CALL IT THE MOTHER of all public relations snits.
A contingent of newspaper editors around the country, led by New York Daily News managing editor for features Jane Freiman and Portland Oregonian features editor Karen Brooks, is up in arms about the PR honchos who rule their lives.
For two years, Freiman, Brooks and execs in a group called the American Assn. of Sunday and Feature Editors have been arduously creating a report on industry standards over how flacks control the news and why they shouldn’t be allowed to.
In this day and age of mass media, it’s a headache to get access to stars. And journos are fed up with being manipulated, played against each other and trampled upon in the name of star security.
Freiman is most perturbed by public relationites who take it upon themselves to deny major media coverage at public events.
She is so angered by it that she did the unthinkable, actually calling around to the New York Post and the New York Times in the name of solidarity.
“You have publicists telling you whether or not you can buy a photo of somebody,” Freiman cries. “This isn’t a free press as you know it.”
Freiman points to this Monday’s Ricky Martin concert in New York as a prime example. Originally, his PR staff wouldn’t let the New York tabs into the concert. They’d have to get their photos from a designated photographer.
Freiman took it personally and hammered MTV into allowing newspapers to send their own — but they would only allow permit pictures for the first two songs.
The next day, the Post ran a pic, the News ran a pic. The Times didn’t care.
“I think we want free press access to all kinds of entertainment events,” Freiman says. “What if there’s some extraordinary event there. That’s the reason you always want to have your own press everywhere.”
Brooks, who chairs the AASFE, wrote the guidelines. She maintains that if editors are forced by flacks to trade types of coverage simply to guarantee access to the stars, then “the credibility and integrity of both the newsgathering and critical functions that newspapers maintain is at risk.”
The editors may have a tough time of it, however. The first guideline in its manifesto is: “The AASFE encourages its members to adopt policies against accepting free trips, meals or nonreview products from organizations seeking coverage.”
While this sounds high and mighty, it’s many the studio premiere where I personally have watched truckloads of journos — including those of the Times, Post and Daily News — filling their faces and taking home their gift bags at the end of the night.
PARAMOUNT CLASSICS CO-PREXYS David Dinerstein and Ruth Vitale are riding high on the rip-roaring response to their small Sundance acquisition “You Can Count on Me.” The studio indie wants to launch a full-scale Oscar campaign for picture, director, actor and, perhaps most of all, actress for Laura Linney.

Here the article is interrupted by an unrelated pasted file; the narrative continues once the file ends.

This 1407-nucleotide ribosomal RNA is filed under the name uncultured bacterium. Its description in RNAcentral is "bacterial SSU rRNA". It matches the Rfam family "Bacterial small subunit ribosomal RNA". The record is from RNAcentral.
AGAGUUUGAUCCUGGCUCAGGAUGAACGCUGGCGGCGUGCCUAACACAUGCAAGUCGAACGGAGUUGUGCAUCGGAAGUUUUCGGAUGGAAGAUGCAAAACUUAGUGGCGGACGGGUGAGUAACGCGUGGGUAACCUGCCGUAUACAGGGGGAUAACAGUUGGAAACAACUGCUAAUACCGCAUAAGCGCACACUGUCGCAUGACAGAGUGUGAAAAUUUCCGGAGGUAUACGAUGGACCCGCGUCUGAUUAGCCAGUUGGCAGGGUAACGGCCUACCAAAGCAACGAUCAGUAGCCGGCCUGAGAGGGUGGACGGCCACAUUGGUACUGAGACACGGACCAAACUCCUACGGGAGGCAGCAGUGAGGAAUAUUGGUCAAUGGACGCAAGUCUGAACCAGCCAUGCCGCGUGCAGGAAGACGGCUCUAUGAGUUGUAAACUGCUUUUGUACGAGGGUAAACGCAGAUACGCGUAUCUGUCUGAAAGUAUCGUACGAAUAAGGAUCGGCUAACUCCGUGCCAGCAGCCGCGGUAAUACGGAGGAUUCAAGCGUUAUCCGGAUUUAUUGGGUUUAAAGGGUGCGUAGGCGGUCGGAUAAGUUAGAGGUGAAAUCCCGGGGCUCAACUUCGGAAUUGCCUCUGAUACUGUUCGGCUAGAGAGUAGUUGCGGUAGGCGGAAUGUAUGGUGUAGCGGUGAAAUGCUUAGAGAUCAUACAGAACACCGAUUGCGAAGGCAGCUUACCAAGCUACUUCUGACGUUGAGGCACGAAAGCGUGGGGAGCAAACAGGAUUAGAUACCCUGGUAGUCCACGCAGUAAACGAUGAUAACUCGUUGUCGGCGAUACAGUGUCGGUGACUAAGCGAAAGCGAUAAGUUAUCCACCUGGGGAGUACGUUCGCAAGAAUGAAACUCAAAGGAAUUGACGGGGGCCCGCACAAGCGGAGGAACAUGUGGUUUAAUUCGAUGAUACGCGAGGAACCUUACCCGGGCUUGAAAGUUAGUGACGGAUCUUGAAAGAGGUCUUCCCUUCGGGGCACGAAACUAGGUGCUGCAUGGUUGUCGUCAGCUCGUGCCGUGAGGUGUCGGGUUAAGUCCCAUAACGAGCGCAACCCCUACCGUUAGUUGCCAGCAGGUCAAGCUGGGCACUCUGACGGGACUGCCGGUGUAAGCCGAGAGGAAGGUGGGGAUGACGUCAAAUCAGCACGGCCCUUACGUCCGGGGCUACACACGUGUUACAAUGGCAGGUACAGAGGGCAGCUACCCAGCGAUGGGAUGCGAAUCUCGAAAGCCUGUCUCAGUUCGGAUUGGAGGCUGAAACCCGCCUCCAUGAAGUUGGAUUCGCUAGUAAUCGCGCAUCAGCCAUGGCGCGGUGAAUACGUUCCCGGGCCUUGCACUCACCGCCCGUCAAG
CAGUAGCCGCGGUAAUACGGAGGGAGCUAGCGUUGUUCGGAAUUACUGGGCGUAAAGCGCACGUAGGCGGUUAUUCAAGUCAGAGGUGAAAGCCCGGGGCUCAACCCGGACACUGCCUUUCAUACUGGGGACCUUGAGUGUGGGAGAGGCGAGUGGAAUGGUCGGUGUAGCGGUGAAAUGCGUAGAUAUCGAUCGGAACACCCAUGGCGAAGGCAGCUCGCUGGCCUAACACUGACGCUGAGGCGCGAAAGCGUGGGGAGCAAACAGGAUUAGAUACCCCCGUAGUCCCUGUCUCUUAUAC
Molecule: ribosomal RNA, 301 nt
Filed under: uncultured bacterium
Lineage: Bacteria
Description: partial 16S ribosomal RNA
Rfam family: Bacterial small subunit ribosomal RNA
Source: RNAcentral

Linney plays an upstate New York single mother who struggles with her son, her brother and her boss — not necessarily in that order.
The pic, produced by Hart/Sharp Entertainment (who also did “Boys Don’t Cry”), has drawn raves from critics nationwide, including the New York Times, which called it a “melancholy little gem of a movie.”
Most amusing, however, was the reaction from Miramax co-chair Harvey Weinstein, who overlooked its Sundance preem in January.
Weinstein never really considered the pic until Times critic Stephen Holden gave it such a kiss last week.
Harvey immediately got on the phone to one of Hart/Sharp’s junior execs (who had once worked for him) and demanded to know all the details of the sale.
After hearing the depressing truth, Weinstein, according to sources, could only blurt: “This has Oscarville written all over it.”
To which Vitale and Dinerstein could only chuckle.
IS SYLVESTER STALLONE falling out of favor after the abysmal failure known as “Get Carter”?
The buffed-up star is starring in Renny Harlin’s upcoming “Driven” for Eli Samaha’s Franchise Pictures and Warner Bros.
But you wouldn’t know it from the ads.
In the pic’s action trailer, we see lots of cars zipping around racetracks and we see explosions and we see fascinating people surrounding these racetracks. But we only once for a brief moment see Stallone.
And we never see or hear his name.
Will Warner Bros. market this movie without Stallone’s name attached?
Is this a response to the tepid box office for “Get Carter”?
Or is this some highfalutin marketing scheme to sell the action, not the stars?
If you have information or just gripes, please contact Dan Cox at his email address: email@example.com.